Homunculus - The Dressed Aesthetic

Although many of you know me as the Shark Girl, at heart I really am a neuroscientist (just a shark neuroscientist. You know, normal). The brain absolutely fascinates me – particularly the brain of species we know so little about. No matter what an animal does or how it perceives its environment or reacts to it, it’s all controlled and modulated by the brain (in short: brains rock).

I lecture a fair bit in neuroscience, trying to translate my fascination to my students and make a topic that can sometimes be intimidating more accessible. One area I spend a lot of time discussing is the concept of a homunculus. And no, I didn’t just sneeze.

In general terms, every region of our body is represented by its own region in a part of our brain called the somatosensory cortex. And there’s a specific order to it – sort of like a map of our sensory and motor systems. So, a cortical homunculus is a physical representation of our body within our brain.

But what makes it really interesting, is that certain regions of our body aren’t playing fair and are taking up more than their share of space. In other words, areas where we need high sensitivity – like our hands for example – have a large representation, while areas of where we need less acuity, like our hip, have less. The relative space they occupy in our brain is somewhat proportional to how important they are. Animals have homunculi too – if you were to look at the brain of a cat, there would be a large representation of their whiskers and paws (and quite possibly superiority…). It is almost like a big, shining neon sign pointing to what a particular animal relies on the most.

So, why the sudden science lesson this morning? I can’t help but see parts of myself in certain garments. And as I slipped this beautiful vintage tribal print dress from Mill Street Vintage over my head this morning, I was struck by how well the print resembles the folds hidden in our cortex, and even the limbs it controls. Intertwined, orchestrating our movements, keeping our secrets. Perhaps strange to some, but I kind of like that I have my very own ‘brain’ dress.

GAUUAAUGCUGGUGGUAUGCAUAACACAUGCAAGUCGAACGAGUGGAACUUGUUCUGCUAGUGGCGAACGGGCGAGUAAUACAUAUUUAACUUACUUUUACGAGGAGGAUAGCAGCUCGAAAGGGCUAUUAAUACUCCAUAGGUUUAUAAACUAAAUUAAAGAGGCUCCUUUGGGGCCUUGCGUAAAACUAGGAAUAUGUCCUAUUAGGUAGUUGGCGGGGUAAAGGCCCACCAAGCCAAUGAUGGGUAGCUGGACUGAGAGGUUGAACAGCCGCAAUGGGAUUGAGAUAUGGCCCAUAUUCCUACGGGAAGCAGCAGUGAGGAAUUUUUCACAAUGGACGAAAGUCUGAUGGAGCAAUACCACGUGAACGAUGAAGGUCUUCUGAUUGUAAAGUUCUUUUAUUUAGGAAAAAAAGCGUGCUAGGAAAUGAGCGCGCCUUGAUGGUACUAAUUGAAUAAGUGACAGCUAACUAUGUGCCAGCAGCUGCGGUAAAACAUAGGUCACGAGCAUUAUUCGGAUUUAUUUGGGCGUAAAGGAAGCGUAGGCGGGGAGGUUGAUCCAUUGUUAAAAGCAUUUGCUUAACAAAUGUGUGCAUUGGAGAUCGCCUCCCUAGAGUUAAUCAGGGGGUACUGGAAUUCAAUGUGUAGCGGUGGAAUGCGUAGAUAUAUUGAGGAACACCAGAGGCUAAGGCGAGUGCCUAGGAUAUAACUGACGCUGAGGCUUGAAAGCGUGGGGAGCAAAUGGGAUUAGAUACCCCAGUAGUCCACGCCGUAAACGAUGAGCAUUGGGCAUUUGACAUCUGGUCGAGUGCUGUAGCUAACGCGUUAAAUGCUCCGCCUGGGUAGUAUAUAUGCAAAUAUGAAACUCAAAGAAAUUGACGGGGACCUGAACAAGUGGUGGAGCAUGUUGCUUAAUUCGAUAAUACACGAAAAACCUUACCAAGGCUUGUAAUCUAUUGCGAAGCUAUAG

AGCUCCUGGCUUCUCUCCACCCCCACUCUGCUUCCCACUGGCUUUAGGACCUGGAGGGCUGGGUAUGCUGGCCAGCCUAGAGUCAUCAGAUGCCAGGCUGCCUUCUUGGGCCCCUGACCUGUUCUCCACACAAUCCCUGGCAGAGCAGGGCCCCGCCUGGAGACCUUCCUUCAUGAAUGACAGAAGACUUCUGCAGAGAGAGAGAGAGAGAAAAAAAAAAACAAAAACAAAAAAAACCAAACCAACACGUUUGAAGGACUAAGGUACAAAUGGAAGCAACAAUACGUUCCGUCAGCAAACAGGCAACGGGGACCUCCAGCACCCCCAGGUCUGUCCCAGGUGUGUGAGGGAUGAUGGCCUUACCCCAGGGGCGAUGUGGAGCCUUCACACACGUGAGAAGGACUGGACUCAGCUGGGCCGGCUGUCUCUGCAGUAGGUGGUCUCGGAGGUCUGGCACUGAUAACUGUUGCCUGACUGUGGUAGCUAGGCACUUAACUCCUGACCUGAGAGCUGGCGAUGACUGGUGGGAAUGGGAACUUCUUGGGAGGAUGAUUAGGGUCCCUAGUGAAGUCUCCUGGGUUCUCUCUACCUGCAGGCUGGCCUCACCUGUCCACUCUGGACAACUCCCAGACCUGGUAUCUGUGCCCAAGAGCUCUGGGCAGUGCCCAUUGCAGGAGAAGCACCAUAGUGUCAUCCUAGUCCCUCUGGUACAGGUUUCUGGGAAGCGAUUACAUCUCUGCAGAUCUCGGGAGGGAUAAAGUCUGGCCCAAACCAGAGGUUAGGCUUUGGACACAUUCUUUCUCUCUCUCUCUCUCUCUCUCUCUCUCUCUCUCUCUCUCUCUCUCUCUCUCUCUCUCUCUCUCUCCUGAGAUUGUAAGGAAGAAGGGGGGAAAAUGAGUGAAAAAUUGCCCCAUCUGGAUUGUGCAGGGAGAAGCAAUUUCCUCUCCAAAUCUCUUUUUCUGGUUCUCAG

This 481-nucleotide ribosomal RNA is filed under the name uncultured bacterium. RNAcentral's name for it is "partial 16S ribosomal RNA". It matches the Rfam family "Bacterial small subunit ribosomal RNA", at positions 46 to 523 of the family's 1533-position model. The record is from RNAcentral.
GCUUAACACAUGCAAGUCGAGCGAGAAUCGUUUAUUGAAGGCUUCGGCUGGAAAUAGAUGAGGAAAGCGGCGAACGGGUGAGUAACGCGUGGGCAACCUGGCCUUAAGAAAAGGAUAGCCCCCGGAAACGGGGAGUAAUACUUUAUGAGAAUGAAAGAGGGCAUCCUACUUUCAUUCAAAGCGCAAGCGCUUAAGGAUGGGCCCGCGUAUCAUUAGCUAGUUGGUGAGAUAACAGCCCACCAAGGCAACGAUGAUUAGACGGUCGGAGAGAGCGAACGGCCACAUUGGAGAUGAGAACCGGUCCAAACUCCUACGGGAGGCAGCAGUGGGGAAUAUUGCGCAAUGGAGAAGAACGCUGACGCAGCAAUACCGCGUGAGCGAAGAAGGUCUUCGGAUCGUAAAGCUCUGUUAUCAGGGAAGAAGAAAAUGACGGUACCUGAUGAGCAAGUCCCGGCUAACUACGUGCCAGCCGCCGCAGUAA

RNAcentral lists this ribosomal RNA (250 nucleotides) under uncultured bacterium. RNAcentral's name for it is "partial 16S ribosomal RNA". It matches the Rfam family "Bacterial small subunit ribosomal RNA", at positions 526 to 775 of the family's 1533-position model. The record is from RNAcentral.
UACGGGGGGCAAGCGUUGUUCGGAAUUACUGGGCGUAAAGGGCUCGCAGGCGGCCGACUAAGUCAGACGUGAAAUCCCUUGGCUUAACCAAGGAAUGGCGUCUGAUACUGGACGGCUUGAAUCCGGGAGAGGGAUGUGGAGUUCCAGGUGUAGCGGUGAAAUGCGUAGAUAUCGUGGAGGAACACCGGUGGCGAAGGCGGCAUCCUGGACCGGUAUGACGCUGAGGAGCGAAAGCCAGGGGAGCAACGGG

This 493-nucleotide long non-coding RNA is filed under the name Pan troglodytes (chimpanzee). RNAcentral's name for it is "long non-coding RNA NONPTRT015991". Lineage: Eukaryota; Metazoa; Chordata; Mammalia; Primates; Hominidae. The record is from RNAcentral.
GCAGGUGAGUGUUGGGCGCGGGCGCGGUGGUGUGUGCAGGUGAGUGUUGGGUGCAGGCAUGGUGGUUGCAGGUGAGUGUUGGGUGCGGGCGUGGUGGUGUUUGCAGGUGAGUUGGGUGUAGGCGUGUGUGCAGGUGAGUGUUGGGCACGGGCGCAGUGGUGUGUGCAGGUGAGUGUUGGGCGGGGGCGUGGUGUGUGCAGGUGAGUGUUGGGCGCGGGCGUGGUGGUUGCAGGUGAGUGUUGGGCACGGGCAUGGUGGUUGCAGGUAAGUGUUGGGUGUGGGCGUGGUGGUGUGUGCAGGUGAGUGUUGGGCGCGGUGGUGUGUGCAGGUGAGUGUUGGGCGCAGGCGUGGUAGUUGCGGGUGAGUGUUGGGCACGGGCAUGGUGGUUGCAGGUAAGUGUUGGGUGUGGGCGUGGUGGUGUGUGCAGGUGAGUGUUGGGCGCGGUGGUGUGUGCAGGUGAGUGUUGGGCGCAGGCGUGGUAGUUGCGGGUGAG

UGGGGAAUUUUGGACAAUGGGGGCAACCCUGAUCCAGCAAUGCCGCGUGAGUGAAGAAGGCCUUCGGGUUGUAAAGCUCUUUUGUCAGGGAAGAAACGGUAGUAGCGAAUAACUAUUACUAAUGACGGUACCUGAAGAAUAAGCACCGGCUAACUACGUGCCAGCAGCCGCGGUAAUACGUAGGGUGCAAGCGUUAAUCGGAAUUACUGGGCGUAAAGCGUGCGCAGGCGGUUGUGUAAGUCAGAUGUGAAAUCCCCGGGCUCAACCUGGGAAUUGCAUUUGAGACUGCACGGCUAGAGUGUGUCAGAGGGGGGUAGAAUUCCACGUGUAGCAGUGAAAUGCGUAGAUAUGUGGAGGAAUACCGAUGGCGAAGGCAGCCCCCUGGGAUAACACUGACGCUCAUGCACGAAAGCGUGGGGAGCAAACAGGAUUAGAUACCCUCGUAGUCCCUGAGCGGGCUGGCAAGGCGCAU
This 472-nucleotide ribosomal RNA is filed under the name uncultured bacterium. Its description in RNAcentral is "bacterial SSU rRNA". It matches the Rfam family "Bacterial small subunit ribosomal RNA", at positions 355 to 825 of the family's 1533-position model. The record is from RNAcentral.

Vintage and neuroscience. That’s just me.

Homunculus - The Dressed Aesthetic

Homunculus - The Dressed Aesthetic
The Cortical Homunculus (Photo via Wikipedia)
Homunculus - The Dressed Aesthetic
Outfit styled using Dressed for iPhone

Homunculus - The Dressed Aesthetic Homunculus - The Dressed Aesthetic Homunculus - The Dressed Aesthetic Homunculus - The Dressed Aesthetic Homunculus - The Dressed AestheticHomunculus - The Dressed Aesthetic Homunculus - The Dressed Aesthetic

The brain is wider than the sky.
Emily Dickinson

Homunculus - The Dressed Aesthetic Homunculus - The Dressed Aesthetic Homunculus - The Dressed AestheticHomunculus - The Dressed AestheticHomunculus - The Dressed Aesthetic

As I was preparing myself for a day of processing brain tissue, sipping coffee and getting my butt in gear, it got me thinking. Perhaps the secrets to all that we hold dear are hidden in our brains. We always focus on the heart, but I’m not sure we shouldn’t be focusing a bit north of there in tandem. The two are inextricably linked after all…

I feel fairly certain that if someone were to spy on my heart’s homunculus, they would see a disproportionate reflection of my love for vintage dresses… A large chunk dedicated to coffee consumption. To the terror I feel even thinking about seeing a horror movie. The waking up early and sense of direction parts would be minuscule, overshadowed by broadway musical song lyrics, the ability to walk in heels, and whiskey snobbery.

Forgetting wearing your heart on your sleeve. I wear my heart on my brain…



Outfit Details:
Dress: Mill Street Vintage (similar modern or vintage herehere & here)
Necklace: Bettina Darling (similar herehere)
Belt: Alannah Hill (similar)
Handbag: Cloth Magpie (similar here & here)
Shoes: Brian Atwood, thrifted (similar here & here)


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The Dressed Aesthetic


2 comments on Homunculus

  • SaraLily

    Ahhh adorable dress alert! The colors are so lovely and the shape rocks on you!!

    • kara@dressedapp.net (author)

      Thank you! I learnt a LOT about this print after posting it on IG! I’m so excited to learn the motif is called “parang” and was at one time only worn by royals! It makes it feel even more special (and I didn’t think that was possible). 😉 xxx

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